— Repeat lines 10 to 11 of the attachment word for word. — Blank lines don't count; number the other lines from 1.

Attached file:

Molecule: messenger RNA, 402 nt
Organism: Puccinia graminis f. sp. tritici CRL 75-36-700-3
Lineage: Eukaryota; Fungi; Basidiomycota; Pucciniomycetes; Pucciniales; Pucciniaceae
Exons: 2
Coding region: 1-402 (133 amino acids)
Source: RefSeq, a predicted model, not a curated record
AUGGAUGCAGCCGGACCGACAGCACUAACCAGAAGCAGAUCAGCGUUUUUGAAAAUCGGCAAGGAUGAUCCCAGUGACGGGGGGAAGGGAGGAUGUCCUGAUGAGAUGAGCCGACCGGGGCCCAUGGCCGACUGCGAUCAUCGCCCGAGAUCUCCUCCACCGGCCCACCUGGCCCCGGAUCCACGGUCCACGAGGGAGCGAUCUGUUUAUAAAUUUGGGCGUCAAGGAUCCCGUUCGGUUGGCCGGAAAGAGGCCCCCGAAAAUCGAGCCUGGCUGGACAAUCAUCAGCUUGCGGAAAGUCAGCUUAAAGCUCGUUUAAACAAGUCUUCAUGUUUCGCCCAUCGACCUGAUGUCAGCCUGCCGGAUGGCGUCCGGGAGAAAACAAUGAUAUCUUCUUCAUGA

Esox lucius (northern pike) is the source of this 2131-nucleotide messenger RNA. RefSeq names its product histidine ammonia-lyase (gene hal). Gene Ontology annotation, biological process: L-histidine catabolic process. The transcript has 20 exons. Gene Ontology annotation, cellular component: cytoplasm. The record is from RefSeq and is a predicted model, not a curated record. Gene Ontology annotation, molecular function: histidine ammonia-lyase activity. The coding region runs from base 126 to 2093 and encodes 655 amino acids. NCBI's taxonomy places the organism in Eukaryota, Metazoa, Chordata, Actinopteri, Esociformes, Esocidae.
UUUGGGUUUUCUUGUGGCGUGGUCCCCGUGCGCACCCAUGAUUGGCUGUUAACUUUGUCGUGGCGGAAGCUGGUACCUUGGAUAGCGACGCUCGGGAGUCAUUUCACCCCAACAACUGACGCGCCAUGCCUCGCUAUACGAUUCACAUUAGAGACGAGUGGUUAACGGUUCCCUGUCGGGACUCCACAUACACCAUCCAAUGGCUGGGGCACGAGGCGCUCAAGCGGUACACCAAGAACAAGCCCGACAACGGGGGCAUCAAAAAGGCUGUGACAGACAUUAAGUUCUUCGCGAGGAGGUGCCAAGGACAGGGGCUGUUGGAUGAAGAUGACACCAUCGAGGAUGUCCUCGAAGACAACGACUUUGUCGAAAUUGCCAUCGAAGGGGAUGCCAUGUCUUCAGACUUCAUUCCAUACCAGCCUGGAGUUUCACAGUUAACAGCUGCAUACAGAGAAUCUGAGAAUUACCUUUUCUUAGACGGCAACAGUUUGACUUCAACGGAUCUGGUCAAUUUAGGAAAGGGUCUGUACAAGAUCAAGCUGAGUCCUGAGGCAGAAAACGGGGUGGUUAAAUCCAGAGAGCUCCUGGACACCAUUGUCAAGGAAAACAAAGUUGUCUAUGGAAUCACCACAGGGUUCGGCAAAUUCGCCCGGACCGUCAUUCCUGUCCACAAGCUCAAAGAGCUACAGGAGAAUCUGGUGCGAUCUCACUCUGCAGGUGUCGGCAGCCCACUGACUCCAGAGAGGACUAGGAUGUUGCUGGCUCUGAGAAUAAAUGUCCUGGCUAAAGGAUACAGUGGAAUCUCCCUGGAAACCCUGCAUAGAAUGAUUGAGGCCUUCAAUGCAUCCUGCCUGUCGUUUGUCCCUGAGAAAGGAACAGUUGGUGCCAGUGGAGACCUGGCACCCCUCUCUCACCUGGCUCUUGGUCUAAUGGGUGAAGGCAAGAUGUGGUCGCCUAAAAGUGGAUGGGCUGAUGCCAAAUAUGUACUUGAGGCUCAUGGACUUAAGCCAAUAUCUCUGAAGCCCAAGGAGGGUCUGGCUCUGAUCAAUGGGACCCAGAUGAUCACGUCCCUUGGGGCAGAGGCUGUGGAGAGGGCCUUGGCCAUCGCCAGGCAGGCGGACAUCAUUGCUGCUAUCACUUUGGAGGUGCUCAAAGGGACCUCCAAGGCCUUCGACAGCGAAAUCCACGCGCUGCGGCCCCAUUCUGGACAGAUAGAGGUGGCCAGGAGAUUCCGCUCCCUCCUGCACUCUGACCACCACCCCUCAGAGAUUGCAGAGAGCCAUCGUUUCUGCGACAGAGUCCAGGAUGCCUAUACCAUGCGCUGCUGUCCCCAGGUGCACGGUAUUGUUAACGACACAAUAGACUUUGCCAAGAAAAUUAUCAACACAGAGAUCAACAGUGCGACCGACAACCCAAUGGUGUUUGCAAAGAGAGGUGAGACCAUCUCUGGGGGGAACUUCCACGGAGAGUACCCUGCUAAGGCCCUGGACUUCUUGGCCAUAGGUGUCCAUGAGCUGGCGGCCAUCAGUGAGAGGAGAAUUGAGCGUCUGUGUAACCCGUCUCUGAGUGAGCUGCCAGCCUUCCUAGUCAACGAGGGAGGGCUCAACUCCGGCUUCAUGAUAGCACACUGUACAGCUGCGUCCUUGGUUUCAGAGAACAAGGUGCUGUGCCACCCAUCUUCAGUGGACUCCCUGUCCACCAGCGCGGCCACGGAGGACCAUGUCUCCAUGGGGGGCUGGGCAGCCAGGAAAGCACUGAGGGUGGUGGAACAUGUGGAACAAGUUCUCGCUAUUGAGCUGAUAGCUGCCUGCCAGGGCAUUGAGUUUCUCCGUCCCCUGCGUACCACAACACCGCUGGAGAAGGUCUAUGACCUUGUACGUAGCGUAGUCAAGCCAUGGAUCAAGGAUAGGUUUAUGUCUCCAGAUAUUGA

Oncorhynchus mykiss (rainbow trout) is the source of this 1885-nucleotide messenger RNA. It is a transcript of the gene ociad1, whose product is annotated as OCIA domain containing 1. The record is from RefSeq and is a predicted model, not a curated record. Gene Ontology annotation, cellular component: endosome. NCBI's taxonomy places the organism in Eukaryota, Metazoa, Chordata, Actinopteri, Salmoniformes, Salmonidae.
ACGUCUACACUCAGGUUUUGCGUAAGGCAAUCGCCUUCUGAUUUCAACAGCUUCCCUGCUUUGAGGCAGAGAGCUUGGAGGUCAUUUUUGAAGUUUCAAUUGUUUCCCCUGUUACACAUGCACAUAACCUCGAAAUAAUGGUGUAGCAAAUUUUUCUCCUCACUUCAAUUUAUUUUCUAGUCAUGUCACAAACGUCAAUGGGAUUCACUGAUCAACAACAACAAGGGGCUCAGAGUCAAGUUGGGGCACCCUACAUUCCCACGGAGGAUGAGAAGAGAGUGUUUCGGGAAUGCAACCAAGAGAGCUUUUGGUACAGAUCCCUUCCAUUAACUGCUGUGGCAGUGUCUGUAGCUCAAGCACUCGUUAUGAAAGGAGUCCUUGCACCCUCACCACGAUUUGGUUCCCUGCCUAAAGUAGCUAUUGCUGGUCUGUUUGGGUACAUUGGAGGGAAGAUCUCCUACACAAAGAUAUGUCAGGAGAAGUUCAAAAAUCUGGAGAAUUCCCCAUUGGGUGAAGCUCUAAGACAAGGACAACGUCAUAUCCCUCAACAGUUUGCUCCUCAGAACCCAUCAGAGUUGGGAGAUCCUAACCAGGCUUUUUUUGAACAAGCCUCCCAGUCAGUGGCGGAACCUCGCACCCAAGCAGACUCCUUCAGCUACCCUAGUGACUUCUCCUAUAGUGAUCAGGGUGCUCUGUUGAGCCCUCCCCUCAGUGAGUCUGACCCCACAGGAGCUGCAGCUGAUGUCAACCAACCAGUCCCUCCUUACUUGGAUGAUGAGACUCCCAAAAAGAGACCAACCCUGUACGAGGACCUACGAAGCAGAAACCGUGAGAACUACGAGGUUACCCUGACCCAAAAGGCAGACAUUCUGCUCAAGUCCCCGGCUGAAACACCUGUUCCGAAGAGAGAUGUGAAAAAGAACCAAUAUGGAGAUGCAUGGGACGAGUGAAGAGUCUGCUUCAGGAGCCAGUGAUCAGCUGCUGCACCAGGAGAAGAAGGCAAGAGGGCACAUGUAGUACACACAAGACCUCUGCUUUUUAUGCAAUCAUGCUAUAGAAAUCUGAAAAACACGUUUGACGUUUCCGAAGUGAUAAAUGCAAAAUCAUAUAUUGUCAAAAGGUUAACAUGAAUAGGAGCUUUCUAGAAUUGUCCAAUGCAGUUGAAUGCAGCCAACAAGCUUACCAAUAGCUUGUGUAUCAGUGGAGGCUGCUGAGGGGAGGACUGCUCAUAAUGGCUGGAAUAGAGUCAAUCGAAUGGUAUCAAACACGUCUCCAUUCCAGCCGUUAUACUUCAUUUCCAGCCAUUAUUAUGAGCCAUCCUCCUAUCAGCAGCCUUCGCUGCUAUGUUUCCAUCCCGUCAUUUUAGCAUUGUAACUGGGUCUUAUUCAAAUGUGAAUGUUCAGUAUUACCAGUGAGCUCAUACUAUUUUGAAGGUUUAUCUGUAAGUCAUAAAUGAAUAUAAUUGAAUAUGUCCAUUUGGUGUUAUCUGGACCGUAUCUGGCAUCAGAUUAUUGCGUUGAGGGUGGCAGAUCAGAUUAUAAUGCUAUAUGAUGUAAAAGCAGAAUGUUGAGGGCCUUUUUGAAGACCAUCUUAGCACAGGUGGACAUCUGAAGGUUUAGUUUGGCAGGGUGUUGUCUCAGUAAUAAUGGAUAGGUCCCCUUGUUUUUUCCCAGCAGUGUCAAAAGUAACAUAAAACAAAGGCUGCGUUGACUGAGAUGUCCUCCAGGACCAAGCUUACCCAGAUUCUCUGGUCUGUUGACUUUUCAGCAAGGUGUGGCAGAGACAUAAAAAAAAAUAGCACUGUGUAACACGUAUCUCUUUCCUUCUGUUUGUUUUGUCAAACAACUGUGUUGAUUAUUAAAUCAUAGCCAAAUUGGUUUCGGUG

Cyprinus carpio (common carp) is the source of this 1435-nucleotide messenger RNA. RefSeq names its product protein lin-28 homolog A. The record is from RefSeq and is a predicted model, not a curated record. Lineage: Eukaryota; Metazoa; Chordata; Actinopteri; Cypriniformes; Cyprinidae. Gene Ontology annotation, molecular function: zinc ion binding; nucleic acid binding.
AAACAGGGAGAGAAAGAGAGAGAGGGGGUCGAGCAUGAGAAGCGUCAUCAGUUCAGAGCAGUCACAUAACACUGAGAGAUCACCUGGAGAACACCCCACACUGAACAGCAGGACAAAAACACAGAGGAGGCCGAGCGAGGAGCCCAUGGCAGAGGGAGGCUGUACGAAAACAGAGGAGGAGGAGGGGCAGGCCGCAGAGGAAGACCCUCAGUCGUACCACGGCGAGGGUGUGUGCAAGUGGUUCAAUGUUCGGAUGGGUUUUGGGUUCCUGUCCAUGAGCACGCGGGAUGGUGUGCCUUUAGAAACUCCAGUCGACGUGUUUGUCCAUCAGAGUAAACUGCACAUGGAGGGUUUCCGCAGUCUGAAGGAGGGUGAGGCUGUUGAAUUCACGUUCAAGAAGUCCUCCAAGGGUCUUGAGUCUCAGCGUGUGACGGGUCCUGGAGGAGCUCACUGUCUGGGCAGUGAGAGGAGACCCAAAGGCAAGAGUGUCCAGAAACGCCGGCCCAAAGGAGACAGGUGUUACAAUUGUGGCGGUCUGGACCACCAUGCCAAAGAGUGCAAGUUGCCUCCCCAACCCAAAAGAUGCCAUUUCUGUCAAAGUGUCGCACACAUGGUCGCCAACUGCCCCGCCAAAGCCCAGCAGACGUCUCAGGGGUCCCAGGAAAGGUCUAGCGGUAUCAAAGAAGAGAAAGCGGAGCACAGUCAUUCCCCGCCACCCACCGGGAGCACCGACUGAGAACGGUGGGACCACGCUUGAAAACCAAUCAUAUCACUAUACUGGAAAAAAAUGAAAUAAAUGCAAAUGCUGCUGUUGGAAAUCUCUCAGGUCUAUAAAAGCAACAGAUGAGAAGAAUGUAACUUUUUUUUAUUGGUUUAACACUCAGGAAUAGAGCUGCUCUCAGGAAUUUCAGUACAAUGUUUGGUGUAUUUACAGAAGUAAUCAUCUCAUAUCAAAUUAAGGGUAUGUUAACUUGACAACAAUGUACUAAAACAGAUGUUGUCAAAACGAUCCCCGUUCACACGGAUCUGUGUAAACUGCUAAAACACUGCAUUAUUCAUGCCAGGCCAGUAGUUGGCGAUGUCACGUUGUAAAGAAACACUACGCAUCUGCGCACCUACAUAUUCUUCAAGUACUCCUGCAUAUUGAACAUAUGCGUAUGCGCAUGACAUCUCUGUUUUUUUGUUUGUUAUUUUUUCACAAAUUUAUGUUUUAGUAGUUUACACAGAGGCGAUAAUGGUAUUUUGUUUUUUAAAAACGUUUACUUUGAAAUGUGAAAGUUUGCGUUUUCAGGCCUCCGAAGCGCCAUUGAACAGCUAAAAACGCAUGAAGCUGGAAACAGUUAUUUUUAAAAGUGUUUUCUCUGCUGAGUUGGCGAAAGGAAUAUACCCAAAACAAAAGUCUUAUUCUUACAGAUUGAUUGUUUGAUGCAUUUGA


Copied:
Oncorhynchus mykiss (rainbow trout) is the source of this 1885-nucleotide messenger RNA. It is a transcript of the gene ociad1, whose product is annotated as OCIA domain containing 1. The record is from RefSeq and is a predicted model, not a curated record. Gene Ontology annotation, cellular component: endosome. NCBI's taxonomy places the organism in Eukaryota, Metazoa, Chordata, Actinopteri, Salmoniformes, Salmonidae.
ACGUCUACACUCAGGUUUUGCGUAAGGCAAUCGCCUUCUGAUUUCAACAGCUUCCCUGCUUUGAGGCAGAGAGCUUGGAGGUCAUUUUUGAAGUUUCAAUUGUUUCCCCUGUUACACAUGCACAUAACCUCGAAAUAAUGGUGUAGCAAAUUUUUCUCCUCACUUCAAUUUAUUUUCUAGUCAUGUCACAAACGUCAAUGGGAUUCACUGAUCAACAACAACAAGGGGCUCAGAGUCAAGUUGGGGCACCCUACAUUCCCACGGAGGAUGAGAAGAGAGUGUUUCGGGAAUGCAACCAAGAGAGCUUUUGGUACAGAUCCCUUCCAUUAACUGCUGUGGCAGUGUCUGUAGCUCAAGCACUCGUUAUGAAAGGAGUCCUUGCACCCUCACCACGAUUUGGUUCCCUGCCUAAAGUAGCUAUUGCUGGUCUGUUUGGGUACAUUGGAGGGAAGAUCUCCUACACAAAGAUAUGUCAGGAGAAGUUCAAAAAUCUGGAGAAUUCCCCAUUGGGUGAAGCUCUAAGACAAGGACAACGUCAUAUCCCUCAACAGUUUGCUCCUCAGAACCCAUCAGAGUUGGGAGAUCCUAACCAGGCUUUUUUUGAACAAGCCUCCCAGUCAGUGGCGGAACCUCGCACCCAAGCAGACUCCUUCAGCUACCCUAGUGACUUCUCCUAUAGUGAUCAGGGUGCUCUGUUGAGCCCUCCCCUCAGUGAGUCUGACCCCACAGGAGCUGCAGCUGAUGUCAACCAACCAGUCCCUCCUUACUUGGAUGAUGAGACUCCCAAAAAGAGACCAACCCUGUACGAGGACCUACGAAGCAGAAACCGUGAGAACUACGAGGUUACCCUGACCCAAAAGGCAGACAUUCUGCUCAAGUCCCCGGCUGAAACACCUGUUCCGAAGAGAGAUGUGAAAAAGAACCAAUAUGGAGAUGCAUGGGACGAGUGAAGAGUCUGCUUCAGGAGCCAGUGAUCAGCUGCUGCACCAGGAGAAGAAGGCAAGAGGGCACAUGUAGUACACACAAGACCUCUGCUUUUUAUGCAAUCAUGCUAUAGAAAUCUGAAAAACACGUUUGACGUUUCCGAAGUGAUAAAUGCAAAAUCAUAUAUUGUCAAAAGGUUAACAUGAAUAGGAGCUUUCUAGAAUUGUCCAAUGCAGUUGAAUGCAGCCAACAAGCUUACCAAUAGCUUGUGUAUCAGUGGAGGCUGCUGAGGGGAGGACUGCUCAUAAUGGCUGGAAUAGAGUCAAUCGAAUGGUAUCAAACACGUCUCCAUUCCAGCCGUUAUACUUCAUUUCCAGCCAUUAUUAUGAGCCAUCCUCCUAUCAGCAGCCUUCGCUGCUAUGUUUCCAUCCCGUCAUUUUAGCAUUGUAACUGGGUCUUAUUCAAAUGUGAAUGUUCAGUAUUACCAGUGAGCUCAUACUAUUUUGAAGGUUUAUCUGUAAGUCAUAAAUGAAUAUAAUUGAAUAUGUCCAUUUGGUGUUAUCUGGACCGUAUCUGGCAUCAGAUUAUUGCGUUGAGGGUGGCAGAUCAGAUUAUAAUGCUAUAUGAUGUAAAAGCAGAAUGUUGAGGGCCUUUUUGAAGACCAUCUUAGCACAGGUGGACAUCUGAAGGUUUAGUUUGGCAGGGUGUUGUCUCAGUAAUAAUGGAUAGGUCCCCUUGUUUUUUCCCAGCAGUGUCAAAAGUAACAUAAAACAAAGGCUGCGUUGACUGAGAUGUCCUCCAGGACCAAGCUUACCCAGAUUCUCUGGUCUGUUGACUUUUCAGCAAGGUGUGGCAGAGACAUAAAAAAAAAUAGCACUGUGUAACACGUAUCUCUUUCCUUCUGUUUGUUUUGUCAAACAACUGUGUUGAUUAUUAAAUCAUAGCCAAAUUGGUUUCGGUG